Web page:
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#73: 3 Crazy Theories That Might Actually Be True

#73: 3 Crazy Theories That Might Actually Be True

Welcome to Mindf*ck Monthly, a newsletter that doesn’t suck. If you’re not already getting these in your inbox each month, well what the fuck?! Sign up below now.

As a periodic reminder, two of the strongest values of this newsletter are to: a) practice the ability to consider ideas without necessarily believing in them, and b) recognize that the world is far more complex and incomprehensible than we imagine—i.e., humble ourselves a bit. 

This week, I’d like to celebrate these two values by presenting three strange, mind-blowing theories that seem absolutely crazy on the surface but might or might not actually be true. Enjoy.

1. Climate change contributes to obesity – The planet is getting warmer and people are getting fatter. These are two undeniable facts. But what if one was partially causing the other?

That’s bananas, you say. 

I said the same thing. Until I stumbled across this article talking about how it’s not just humans gaining weight. Animals are too. And not just pets, but wild animals. Chimpanzees, for example, have seen their average weight increase by around 35% per decade over the study period. Some monkeys are also significantly more likely to be obese today than they were a few decades ago. And this is despite the fact that they eat the same food and get the same exercise.

There are two theories to explain what’s going on. One is some sort of chemical exposure that we’re not aware of. The other is the role of increased CO2 in the atmosphere. 

The latter is the theory put forth by a group of Danish researchers. They found that, historically, obesity increases along with CO2 concentration in major cities. Similarly, they found that increased CO2 exposure increases weight in a number of mammals when tested in a controlled environment. They believe that higher CO2 makes the blood more acidic, which can then affect the digestive system’s ability to process nutrients.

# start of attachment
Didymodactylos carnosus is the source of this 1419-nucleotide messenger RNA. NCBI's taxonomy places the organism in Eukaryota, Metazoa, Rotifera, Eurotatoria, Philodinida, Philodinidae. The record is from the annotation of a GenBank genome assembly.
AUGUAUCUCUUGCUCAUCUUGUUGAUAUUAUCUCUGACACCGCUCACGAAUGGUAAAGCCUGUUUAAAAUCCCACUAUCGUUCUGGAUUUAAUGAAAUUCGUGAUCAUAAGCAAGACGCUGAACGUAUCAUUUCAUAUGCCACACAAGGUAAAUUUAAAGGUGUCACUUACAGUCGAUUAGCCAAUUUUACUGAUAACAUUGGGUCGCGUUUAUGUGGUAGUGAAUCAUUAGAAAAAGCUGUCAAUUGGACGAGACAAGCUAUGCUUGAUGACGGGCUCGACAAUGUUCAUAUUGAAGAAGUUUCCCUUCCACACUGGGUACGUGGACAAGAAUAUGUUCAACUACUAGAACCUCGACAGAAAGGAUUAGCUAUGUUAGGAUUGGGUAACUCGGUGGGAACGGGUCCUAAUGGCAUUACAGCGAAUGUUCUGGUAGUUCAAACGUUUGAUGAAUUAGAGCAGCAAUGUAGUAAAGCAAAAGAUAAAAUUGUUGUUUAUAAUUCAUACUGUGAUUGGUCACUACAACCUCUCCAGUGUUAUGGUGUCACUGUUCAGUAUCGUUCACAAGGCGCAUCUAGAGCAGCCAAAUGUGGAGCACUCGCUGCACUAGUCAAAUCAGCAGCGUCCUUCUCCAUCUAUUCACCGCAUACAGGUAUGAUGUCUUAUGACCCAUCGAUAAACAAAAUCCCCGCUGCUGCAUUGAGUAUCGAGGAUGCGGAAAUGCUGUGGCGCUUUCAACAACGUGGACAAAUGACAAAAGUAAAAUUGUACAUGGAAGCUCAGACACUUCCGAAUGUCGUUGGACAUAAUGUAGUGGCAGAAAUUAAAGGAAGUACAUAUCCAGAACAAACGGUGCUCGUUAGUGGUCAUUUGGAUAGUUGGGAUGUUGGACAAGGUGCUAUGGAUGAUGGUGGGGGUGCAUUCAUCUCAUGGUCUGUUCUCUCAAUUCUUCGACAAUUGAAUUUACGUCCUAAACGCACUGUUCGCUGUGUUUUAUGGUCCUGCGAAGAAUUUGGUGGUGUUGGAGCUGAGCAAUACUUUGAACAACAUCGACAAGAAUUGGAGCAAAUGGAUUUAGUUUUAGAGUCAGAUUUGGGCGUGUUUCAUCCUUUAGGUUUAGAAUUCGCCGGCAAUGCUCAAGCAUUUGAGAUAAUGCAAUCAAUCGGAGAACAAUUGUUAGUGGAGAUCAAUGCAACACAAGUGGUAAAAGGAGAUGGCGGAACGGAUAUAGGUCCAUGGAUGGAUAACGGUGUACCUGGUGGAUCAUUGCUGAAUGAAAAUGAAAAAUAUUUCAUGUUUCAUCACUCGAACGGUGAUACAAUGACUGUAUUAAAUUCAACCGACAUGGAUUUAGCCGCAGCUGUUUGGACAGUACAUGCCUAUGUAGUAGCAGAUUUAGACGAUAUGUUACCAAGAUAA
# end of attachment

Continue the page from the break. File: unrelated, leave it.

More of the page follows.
It’s a hare-brained theory and there are a number of flaws with it. But it also wouldn’t be the first time that pollution would be linked to our physiological and psychological well-being. 

People ask me all the time about climate change and the impending apocalypse or whatever. But even if you don’t buy into fighting climate change for global warming reasons, it’s abundantly clear that pollution fucks up human bodies and minds. It causes vast amounts of lung disease and cancer. It lowers IQ and educational attainment. In some cases, it even causes more violent crime. 

So, maybe obesity isn’t such a stretch. 

2. Evil multinational mega-corporations are responsible for world peace – Watch any cheesy Hollywood action flick from the 90s or early 2000s and the villain is likely some mega-billionaire who’s about to destroy half a nation and all the baby seals along with it because it’ll add a few more percentage points to his bottom line.

Peruse any conspiracy theory forum or YouTube channel (note: please don’t actually do this) and you’ll come across dozens of half-baked theories about how governments are secretly controlled by the Big Evil Corporation and all these people are being killed on purpose so that Bill Gates can like, add a third wing to his mansion… or something. 

(Sidenote: If I ever start another business, I’m totally going to call it “Big Evil Corporation.”) 

But what if I told you these same too-big-to-fail companies might be the best thing happening for global peace? The idea is not as crazy as you think. 

Some version of this idea was first proposed in 1995 by the economist Thomas Friedman in what he initially called “The Golden Arches Theory of Conflict.” The theory was simple: two countries with McDonald’s restaurants had, until then, never gone to war with one another and Friedman aruged that they would rarely, if ever, go to war in the future. 

His reasoning was that two countries that enjoy the fruits of globalized, American-exported schlop would never jeopardize such luxuries by opting to kill each other instead.